part2: from Kampot to Phnom Penh
part3: from Phnom Penh to Lao border, through Kampong Cham, Kratie and Stung Treng.
Thailand/Cambodia border (Koh Khong) to Batum Sokor – 108km
This is a very beautiful ride on road 48, going East you’ll have the Cardamon mountains (“Krâvanh” in khmer) on your left and Botum Sakor national park on your right. This is probably the longest stretch of untouched jungle we ever saw in more than ten months around South East Asia.
Crossing from the southernmost border with Thailand makes immediately clear you entered in a less developed country. The road is not so well sealed as it was in Thailand and there are almost no crops or plantation, this is indeed an area where landmines are still a problem.
5 km outside Koh Khong heading east there’s a very easy climb up to 200msl, and than slightly downhill to the tiny village of Tatai, which has a guest house, two food stall (very bad in my opinion) and a big waterfall if you’re up for an off road detour.Just left the village there’s a steeper but short climb up to 400msl and than downhill, 40km to the next village, Trapeang Rung (this is actually the name of the river, on some maps the village is called Phumi Chrang Khpos), where there is a community based tourism association.
Botum Sokor itself, if this is really the name of the village, has a couple of guesthouses for around 6USD, nothing fancy but with WiFi (at least the one we went in), a market and nothing more. Eateries are few and bad, we try one but not trusting the hygiene we chose to have some instant noodles there. Nevertheless the lady boils some water from a rusty tank collecting rain dropping from a roof that’s probably made of asbestos, we eat them anyway and we survive.
stage 2: cycle touring Cambodian flatlands – Sre Ambel
Botum Sokor to Kampot – 147km
Here comes the flat and the real Cambodian feeling, rice paddies, water buffaloes and wooden houses on pillars. 36 super-easy kilometers of quiet paved road lead us to Srae Ambel. There are houses here and, though not many, some feeding and water options. Food is mostly crap but hey, this is Cambodia.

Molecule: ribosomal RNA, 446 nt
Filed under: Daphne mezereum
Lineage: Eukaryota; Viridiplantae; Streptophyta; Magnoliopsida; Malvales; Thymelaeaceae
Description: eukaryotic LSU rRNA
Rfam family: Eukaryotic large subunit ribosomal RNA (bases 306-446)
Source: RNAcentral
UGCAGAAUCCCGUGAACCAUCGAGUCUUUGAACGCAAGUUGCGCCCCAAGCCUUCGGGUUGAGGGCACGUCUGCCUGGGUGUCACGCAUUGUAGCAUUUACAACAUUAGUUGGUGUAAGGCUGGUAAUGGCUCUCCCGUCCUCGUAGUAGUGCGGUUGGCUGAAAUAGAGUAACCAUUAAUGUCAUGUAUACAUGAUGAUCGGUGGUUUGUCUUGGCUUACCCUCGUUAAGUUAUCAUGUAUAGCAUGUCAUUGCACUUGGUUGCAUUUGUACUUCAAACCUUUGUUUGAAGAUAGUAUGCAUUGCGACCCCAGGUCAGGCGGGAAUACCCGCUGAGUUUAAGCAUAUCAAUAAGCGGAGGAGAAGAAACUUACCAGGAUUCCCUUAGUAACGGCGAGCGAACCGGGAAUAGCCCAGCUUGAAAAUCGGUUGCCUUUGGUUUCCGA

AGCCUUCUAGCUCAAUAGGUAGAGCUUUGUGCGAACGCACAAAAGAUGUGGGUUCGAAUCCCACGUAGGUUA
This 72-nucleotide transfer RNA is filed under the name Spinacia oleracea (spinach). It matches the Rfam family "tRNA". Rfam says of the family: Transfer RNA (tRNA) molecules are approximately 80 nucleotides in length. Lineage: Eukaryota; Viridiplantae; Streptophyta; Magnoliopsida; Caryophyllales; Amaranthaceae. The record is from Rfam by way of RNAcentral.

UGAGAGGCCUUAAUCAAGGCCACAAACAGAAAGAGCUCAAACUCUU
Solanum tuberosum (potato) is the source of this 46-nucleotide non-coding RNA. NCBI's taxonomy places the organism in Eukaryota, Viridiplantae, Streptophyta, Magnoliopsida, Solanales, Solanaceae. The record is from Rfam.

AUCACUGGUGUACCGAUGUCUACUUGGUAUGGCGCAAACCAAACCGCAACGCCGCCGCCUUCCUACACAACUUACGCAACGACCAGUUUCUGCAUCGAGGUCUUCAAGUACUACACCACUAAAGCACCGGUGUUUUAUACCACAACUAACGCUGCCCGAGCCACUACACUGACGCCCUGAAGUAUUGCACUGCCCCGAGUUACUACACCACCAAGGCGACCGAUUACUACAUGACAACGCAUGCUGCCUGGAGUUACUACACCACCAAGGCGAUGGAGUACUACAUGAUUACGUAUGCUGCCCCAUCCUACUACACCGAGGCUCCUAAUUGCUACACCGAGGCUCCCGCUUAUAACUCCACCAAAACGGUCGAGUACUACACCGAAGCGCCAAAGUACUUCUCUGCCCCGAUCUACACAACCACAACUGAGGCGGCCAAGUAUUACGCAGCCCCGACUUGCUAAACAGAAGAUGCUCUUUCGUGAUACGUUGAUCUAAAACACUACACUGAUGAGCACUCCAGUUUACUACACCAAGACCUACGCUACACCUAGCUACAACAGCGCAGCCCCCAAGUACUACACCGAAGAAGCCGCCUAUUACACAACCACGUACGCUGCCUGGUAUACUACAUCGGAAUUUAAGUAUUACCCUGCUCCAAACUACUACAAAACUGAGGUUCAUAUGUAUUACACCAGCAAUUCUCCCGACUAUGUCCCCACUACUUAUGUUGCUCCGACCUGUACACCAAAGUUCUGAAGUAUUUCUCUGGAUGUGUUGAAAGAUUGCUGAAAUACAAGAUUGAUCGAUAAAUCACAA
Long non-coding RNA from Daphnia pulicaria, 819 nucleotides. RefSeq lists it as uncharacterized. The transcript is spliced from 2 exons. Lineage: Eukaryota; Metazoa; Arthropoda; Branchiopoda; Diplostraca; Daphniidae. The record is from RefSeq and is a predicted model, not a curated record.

Srae Ambel is indeed a nice town, set on a small hill overlooking the Sre Ambel river. Two guesthouses are in the center of the village, atop the hill, and few more a little bit further out of town. There’s an interesting Buddhist temple, the usual market, the usual fried rice and noodle soup.
Even though road stays flat the traffic gets pretty heavy, with lots of trucks in a row to share the narrow road with. There are about 45km like this, maybe the worst road we cycled in Cambodia.Moreover, the infamous oil palm plantations begin to line the road, nothing compared to Borneo but still annoying, cutting off the view of the cool limestone mountains of Bokor National Park on our left.One nice surprise we found here is a clear stream where is possible to bath and even swim, indeed many locals do it, this is pretty rare in Cambodia, where most of the rivers are muddy. These are the GPS coordinates:
N 10°56’48.2″ E 103°47’42.1″
Luckily, this ugly stretch terminates near the village of Prey Nob, where, despite what google says, there are quite a few guesthouses and finally a decent restaurant inside the gas station before the crossroad.
And indeed the road splits here, the Highway 4 leading south-west to busy Sihanoukville, the new resort town of Cambodia. As you may guess we skip that and head East instead, following National Highway 3, to Kampot.
The traffic lightens noticeably, finally, on the left, the Bokor cliffs emerge in their majesty. Although the road runs along the coast, there are very few spots from where the sea is visible, through this 58km of flat road there are basically no places to get drinks or food.
But Kampot is not that far and there will be all the western comfort you would like there.
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